Under certain business circumstances, multiple professionals may decide to form a corporation. These particular professional corporations typically consist of professionals in the same field or industry. In some states, people in specific professions (accountants, therapists, physicians, etc.) choose to incorporate their professional practice by incorporating as a professional corporation. If you have ever considered forming or joining a professional corporation, the following article will give you details regarding the structure and rules associated with these organizations.
Who Can Incorporate?
In every state, there are certain professions that allow its practitioners to form professional corporations or service corporations. This list of professionals may vary from state to state, but in most states the following professionals are allowed to incorporate as professional corporations.
- Healthcare Professionals
- Social Workers
As mentioned above, this list is applicable in most situations, but you should contact your state’s corporate filing office for more definite information. In recent years, the popularity of professional corporations has been in decline. Prior to 1986, most professionals chose to incorporate in order to gain the tax benefits associated with these organizations. Professional corporations often sheltered the practitioners’ income in a way that sole proprietorships or partnerships could not. As time progressed, the IRS decided to classify the majority of professional corporations as “personal service corporations,” meaning that these organizations would all be taxed at a flat rate of 35 percent. This removed the original advantages associated with professional corporations and led to their swift and sharp decline in popularity.
Limited Liability Protection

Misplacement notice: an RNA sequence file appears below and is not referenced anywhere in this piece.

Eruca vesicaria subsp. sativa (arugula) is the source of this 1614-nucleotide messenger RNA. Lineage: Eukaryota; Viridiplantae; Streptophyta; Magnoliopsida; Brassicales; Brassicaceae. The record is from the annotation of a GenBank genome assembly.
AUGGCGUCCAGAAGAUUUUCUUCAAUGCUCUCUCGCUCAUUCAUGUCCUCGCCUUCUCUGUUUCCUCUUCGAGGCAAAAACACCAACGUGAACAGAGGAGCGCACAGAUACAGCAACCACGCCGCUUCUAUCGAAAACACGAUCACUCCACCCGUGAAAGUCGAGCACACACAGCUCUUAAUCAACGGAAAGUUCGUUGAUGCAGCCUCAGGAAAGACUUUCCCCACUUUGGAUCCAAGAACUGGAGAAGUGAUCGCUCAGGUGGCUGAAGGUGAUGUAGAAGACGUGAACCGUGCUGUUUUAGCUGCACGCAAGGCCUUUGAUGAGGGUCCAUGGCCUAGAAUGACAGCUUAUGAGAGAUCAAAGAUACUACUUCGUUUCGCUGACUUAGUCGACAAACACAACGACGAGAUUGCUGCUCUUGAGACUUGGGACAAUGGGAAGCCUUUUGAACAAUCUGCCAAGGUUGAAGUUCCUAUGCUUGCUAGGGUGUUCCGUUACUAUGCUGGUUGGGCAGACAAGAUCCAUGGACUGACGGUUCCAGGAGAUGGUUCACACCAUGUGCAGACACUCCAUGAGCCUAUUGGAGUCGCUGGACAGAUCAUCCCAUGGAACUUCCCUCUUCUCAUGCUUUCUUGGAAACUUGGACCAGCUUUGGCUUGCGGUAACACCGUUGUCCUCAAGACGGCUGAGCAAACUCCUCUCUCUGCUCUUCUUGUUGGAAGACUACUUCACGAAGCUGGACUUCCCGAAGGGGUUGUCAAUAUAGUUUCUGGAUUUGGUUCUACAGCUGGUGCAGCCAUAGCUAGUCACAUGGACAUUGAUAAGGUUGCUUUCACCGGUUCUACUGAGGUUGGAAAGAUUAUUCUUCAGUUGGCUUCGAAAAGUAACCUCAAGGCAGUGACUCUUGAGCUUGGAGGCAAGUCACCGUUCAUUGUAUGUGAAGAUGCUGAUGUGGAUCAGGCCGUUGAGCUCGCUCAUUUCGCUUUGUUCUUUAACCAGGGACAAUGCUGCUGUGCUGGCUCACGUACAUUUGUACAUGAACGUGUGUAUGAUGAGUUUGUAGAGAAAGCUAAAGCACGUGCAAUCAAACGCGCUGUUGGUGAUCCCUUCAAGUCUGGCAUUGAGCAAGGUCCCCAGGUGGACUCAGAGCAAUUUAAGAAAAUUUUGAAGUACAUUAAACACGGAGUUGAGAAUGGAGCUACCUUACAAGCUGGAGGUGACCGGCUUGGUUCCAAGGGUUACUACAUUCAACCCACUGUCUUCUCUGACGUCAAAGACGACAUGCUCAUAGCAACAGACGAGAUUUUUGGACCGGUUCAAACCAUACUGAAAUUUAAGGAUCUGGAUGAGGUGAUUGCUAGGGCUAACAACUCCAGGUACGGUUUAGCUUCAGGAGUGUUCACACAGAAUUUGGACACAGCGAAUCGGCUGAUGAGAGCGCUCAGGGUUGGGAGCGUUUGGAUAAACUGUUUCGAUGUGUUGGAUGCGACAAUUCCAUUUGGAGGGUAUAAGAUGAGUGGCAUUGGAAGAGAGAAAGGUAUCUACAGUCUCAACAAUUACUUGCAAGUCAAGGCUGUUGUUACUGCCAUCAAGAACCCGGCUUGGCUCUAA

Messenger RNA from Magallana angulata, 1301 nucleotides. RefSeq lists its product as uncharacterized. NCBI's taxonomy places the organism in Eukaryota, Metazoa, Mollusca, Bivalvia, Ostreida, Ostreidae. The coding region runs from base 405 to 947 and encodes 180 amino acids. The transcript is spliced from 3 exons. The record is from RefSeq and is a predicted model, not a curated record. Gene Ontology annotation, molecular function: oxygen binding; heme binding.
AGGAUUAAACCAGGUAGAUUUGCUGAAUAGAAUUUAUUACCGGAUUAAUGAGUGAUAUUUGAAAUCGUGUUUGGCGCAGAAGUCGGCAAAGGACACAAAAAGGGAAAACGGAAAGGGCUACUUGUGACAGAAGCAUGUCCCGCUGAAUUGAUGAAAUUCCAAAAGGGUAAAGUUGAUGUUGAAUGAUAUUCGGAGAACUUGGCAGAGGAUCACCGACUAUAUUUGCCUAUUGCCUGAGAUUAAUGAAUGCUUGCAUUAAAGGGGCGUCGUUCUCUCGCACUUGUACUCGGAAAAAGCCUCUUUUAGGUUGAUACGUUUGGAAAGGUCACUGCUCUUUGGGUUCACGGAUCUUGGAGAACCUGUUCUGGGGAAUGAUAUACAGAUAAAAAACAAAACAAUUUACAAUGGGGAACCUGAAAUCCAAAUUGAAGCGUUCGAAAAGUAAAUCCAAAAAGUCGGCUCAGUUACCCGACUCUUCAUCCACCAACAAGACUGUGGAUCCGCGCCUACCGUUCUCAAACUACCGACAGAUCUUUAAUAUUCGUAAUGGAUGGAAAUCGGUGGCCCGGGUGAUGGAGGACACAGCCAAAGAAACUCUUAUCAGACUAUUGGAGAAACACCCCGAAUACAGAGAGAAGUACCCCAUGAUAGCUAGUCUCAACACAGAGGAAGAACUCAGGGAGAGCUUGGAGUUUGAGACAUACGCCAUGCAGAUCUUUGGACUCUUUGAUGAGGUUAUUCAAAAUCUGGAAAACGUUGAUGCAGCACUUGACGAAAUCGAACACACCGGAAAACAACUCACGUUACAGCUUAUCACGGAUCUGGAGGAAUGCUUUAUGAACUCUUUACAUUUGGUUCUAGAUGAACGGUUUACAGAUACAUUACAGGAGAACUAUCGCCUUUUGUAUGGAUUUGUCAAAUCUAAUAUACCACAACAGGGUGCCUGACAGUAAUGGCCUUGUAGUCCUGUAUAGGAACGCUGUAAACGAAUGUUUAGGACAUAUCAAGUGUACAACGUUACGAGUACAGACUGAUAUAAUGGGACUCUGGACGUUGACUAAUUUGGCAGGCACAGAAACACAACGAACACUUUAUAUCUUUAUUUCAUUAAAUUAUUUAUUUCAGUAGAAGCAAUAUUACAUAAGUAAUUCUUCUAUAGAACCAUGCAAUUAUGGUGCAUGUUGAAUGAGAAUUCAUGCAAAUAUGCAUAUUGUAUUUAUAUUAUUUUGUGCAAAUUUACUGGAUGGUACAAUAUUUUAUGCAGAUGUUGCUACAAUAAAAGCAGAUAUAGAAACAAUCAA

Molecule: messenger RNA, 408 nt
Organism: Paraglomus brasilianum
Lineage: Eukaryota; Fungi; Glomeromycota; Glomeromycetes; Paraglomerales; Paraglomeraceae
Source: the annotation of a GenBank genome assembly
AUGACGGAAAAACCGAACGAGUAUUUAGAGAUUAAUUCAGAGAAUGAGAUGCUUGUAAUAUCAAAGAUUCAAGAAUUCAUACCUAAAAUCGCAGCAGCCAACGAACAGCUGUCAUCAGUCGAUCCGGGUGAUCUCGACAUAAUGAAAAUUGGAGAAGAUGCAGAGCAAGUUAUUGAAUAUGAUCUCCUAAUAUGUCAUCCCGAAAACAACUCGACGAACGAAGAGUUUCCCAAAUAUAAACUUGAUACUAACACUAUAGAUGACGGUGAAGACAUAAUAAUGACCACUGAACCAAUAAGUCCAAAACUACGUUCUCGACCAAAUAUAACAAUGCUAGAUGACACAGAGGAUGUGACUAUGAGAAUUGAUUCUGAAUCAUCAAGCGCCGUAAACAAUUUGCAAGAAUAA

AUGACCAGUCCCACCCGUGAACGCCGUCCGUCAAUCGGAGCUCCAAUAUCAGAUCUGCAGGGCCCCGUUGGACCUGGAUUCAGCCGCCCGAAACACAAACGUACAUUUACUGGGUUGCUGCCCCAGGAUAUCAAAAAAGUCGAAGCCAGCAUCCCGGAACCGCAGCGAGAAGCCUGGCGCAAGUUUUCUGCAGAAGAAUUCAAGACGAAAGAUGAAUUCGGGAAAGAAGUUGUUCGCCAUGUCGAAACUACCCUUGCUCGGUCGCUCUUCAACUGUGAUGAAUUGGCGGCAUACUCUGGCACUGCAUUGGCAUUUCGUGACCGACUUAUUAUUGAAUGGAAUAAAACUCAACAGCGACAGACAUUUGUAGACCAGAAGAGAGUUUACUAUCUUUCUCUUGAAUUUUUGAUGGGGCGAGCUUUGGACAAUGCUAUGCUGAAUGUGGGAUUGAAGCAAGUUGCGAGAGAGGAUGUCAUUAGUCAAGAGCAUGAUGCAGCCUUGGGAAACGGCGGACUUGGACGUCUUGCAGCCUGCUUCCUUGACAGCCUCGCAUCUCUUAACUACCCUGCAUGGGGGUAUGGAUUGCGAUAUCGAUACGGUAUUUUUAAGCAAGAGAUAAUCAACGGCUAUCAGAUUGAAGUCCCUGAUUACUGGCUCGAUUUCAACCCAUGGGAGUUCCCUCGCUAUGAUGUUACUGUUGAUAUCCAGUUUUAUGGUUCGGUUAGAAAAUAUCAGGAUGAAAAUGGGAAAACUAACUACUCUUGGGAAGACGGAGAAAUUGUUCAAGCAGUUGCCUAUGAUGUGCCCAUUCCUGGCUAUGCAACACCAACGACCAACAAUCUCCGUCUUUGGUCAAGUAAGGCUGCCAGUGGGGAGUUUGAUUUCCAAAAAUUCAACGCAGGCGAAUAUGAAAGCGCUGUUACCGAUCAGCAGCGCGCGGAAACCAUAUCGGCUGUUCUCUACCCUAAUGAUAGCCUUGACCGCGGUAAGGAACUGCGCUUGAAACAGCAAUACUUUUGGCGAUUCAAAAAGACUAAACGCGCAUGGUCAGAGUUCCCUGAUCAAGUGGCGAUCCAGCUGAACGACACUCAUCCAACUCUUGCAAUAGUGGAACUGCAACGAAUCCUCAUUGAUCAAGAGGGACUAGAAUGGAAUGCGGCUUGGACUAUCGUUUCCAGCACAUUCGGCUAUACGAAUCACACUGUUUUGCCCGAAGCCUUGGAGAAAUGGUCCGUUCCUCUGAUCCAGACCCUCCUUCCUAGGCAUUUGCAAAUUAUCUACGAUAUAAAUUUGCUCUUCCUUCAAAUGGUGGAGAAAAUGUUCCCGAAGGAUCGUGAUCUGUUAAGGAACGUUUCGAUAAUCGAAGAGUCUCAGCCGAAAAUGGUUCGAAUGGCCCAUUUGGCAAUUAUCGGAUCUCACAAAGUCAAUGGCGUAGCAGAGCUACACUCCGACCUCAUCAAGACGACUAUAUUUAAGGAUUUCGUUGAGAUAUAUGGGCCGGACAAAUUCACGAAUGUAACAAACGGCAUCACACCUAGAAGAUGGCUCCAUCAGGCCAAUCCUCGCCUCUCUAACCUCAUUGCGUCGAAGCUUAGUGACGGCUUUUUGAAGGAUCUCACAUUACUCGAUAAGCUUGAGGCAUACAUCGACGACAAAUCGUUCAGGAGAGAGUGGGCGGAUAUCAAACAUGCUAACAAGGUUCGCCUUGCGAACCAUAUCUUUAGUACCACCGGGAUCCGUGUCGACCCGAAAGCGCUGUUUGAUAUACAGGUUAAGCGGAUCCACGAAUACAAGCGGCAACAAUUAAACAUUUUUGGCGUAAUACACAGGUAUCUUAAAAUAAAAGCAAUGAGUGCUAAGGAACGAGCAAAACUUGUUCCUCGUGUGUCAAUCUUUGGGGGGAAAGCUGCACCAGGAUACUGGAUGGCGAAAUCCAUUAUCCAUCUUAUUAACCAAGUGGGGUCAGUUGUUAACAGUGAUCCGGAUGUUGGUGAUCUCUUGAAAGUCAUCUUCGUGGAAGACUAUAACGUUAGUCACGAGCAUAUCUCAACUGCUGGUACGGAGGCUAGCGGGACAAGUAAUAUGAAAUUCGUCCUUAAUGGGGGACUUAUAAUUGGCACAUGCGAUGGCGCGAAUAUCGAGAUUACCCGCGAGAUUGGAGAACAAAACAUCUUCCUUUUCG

Despite this decline, there are still many legitimate reasons for a professional to incorporate as a professional corporation. For example, professional corporations provide their owners with the benefit of limited liability. This means that business debts and personal claims against the corporation will not usually impact a single individual. On the other hand, the limited liability does not extend to cases where the professional is sued for malpractice, but it can protect the individuals in the corporation who are not being sued. For instance, if a physician accidentally kills a patient during a routine surgery, he or she can be sued for malpractice. Under normal circumstances, the entire medical practice could be sued, but since the organization functions as a professional corporation, only the practitioner who performed the lethal surgery would need to face legal action. If the corporation encountered financial issues, the property of individual professionals could not be seized in order to resolve any debts accumulated by the corporation itself. These are two examples of how limited liability can safeguard a practitioner in a professional corporation. One of the main advantages of professional corporations is the fact that it exists in perpetuity. If the owner of a sole proprietorship or partnership dies or chooses to dissolve the business, the business will dissolve along with it. If a member of a professional corporation dies or leaves, the company can continue to operate without interruption and without the individual.Many professionals choose to forgo professional corporations in favor of limited liability corporations. These business structures are less complex and they provide much of the limited liability that professional corporations are famous for. For professionals seeking more personal freedom, this may be a choice worth considering. Passive loss limitations in professional corporations may also restrict the amount that shareholders can deduct in the event of business losses. However, since the majority of professional corporations are composed of active shareholders and do not experience massive losses, this is usually not much of an issue.
Consider Your Own Professional Needs
If you are a professional belonging to one of the industries listed above, you may want to consider incorporating your business as a professional incorporation. Before you make a final decision, be sure to consider the needs of your company and your clients. This will ensure that you make the best decision possible.
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